Monday, August 20, 2012

Communist Kay

1934's British Agent is our film this week. The wonderful Leslie Howard is Stephen Locke, an English diplomat serving in Russia as Lenin takes control of the government. The British, after the rise of Lenin, leave Locke as provisional staff, evacuating their more important diplomats (as do the French, Italian, and American governments).  Locke is committed to his country, and does the best he can under adverse circumstances.  He also meets and falls in love with Elena Moura (Kay Francis), a Communist working with Lenin's government.  Though she loves Stephen, she too loves her country and informs her government about Stephen's plan.

This is a fascinating film, with a great cast (and some wonderful supporting players, such as Cesar Romero as Tito Del Val the Italian provisional representative.  The film with keep you wondering just what is going to happen next, and Ms. Francis is wonderful as the conflicted Elena.  She and Howard are quite good together. though I believe this is the only time they appeared together on film (though they did the radio show Screen Guild Theatre together in 1939 (Never Of This World).

It's also interesting to see this somewhat sympathetic view of Lenin in 1939.  This surely is NOT a pro-Communist film, but, as you will see at the end, Lenin is vindicated. So, anti-Communist - perhaps, but with a bit of a balance.  Here's a trailer for this excellent movie:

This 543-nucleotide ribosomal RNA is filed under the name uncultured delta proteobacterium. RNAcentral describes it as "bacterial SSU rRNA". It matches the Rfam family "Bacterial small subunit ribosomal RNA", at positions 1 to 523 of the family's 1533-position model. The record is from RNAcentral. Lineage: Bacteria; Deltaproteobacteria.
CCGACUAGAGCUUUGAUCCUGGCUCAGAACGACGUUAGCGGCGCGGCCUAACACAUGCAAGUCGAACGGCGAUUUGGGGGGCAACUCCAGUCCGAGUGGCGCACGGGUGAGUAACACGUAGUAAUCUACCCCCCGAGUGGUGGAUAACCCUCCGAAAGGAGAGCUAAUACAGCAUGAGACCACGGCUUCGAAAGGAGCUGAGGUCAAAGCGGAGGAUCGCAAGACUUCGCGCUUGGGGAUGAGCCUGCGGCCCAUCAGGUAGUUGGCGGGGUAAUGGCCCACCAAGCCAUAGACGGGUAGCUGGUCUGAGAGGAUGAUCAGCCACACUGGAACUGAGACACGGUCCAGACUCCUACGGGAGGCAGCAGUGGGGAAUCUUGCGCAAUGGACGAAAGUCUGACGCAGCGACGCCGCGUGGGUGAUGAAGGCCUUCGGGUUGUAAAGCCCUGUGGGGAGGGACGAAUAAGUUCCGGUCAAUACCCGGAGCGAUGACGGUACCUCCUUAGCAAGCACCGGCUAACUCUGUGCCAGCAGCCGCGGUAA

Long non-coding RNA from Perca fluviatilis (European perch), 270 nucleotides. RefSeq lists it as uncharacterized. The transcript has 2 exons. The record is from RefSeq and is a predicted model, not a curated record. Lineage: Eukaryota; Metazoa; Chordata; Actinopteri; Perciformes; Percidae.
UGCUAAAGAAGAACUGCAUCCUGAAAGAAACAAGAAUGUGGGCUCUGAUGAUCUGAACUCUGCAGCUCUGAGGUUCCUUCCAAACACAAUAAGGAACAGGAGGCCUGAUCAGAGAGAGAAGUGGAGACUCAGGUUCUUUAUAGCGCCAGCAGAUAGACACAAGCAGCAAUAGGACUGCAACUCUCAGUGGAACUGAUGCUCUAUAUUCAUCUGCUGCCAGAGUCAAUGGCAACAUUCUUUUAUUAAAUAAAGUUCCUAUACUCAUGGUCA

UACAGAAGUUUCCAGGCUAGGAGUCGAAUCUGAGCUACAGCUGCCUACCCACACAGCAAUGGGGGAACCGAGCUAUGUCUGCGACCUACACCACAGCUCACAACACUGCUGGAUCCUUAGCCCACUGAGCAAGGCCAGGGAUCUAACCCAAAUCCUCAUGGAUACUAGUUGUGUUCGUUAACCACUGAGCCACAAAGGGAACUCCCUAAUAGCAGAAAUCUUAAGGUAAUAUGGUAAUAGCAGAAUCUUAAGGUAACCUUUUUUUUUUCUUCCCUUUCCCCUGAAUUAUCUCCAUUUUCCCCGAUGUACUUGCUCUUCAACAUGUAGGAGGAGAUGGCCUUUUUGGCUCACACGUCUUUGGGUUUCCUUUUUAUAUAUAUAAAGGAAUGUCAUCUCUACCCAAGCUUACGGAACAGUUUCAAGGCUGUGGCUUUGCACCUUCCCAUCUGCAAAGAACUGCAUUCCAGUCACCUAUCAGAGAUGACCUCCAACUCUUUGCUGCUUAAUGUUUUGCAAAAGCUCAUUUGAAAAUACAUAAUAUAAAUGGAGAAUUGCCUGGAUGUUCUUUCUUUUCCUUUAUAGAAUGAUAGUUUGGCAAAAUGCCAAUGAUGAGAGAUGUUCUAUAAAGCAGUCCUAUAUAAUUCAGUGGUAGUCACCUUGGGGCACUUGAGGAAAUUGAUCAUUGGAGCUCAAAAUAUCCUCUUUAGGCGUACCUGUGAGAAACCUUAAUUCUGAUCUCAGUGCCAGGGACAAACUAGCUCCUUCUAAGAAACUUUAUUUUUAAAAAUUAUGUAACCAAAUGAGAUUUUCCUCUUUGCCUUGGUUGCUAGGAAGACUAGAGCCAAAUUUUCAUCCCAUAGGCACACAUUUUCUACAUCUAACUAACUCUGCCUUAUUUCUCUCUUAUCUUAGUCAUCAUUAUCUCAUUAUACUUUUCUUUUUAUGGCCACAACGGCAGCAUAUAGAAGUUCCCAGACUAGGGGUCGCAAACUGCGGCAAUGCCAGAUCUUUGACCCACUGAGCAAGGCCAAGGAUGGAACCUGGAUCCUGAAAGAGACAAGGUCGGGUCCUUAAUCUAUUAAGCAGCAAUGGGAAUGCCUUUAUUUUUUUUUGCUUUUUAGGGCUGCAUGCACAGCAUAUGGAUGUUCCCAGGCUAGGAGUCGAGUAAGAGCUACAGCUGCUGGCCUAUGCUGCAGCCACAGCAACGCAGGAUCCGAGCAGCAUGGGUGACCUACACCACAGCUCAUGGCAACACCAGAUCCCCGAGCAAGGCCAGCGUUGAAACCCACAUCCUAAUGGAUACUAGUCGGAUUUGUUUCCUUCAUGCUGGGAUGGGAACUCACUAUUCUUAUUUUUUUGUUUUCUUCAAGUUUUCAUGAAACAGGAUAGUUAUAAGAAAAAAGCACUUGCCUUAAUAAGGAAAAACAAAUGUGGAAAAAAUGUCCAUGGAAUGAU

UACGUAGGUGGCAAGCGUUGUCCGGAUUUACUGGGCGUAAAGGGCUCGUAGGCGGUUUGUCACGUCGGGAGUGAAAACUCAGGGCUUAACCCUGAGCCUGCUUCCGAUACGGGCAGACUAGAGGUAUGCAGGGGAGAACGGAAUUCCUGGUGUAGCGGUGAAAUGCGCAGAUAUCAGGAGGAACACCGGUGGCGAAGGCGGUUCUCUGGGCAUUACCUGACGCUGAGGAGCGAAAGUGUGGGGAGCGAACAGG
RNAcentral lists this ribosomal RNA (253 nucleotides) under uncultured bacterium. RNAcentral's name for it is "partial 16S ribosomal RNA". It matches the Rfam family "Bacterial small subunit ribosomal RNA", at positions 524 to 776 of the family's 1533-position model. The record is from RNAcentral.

Monday, August 6, 2012

Kay's House was a Home?

The House on 56th Street (1933) is a fascinating film.  In it, Kay Francis is showgirl Peggy Martin, who has two men very interested in her: Monte Van Tyle (Gene Raymond), the scion of a wealthy family, and Lindon Fiske (John Halliday), who has been involved with Peggy for some time.  Peggy falls in love with Monte; Since Lindon is quite clear that he is "not the marrying kind", it is an easy choice for Peggy.  So, despite Monte's mother's objections, the couple wed and are quickly blessed with a daughter.  Years go by, with Peggy and Monte living happily - even Mama Van Tyle (Nella Walker) has gotten used to her daughter-in-law.  Then, at a party, Peggy meets Lindon again.  She is concerned at his appearance, as Monte knows nothing about him.  Add to this, Lindon does not look well.  Kay is concerned, and her concern is her downfall in this drama.

Rather than give too much away, we'll stop with the plot there, even though it forbids us doing more than mention two important characters: Bill Blaine (Ricardo Cortez) and Eleanor (Margaret Lindsay).  The two are pivotal to the plot, and are wonderful.  Both show up in the latter half of the film.  To say more would be to ruin this wonderful picture for you.
Kay Francis has to age over 20 years in this film.  The motif that the director, Robert Flory, uses to demonstrate the passage of time is subtle but effective - we see Peggy playing solitare, as newspapers flash up important events of the day.  

The film is also interesting in that it discusses with some seriousness the problems of compulsive gambling.  In  1949 Barbara Stanwyck would powerfully portray a woman with a severe gambling problem.  This precursor to The Lady Gambles is no less impressive, as it discusses an issue few other films were willing to examine.

When you get to the end of this film, you will understand WHY the code began to be an issue.  We suggest you give it a try.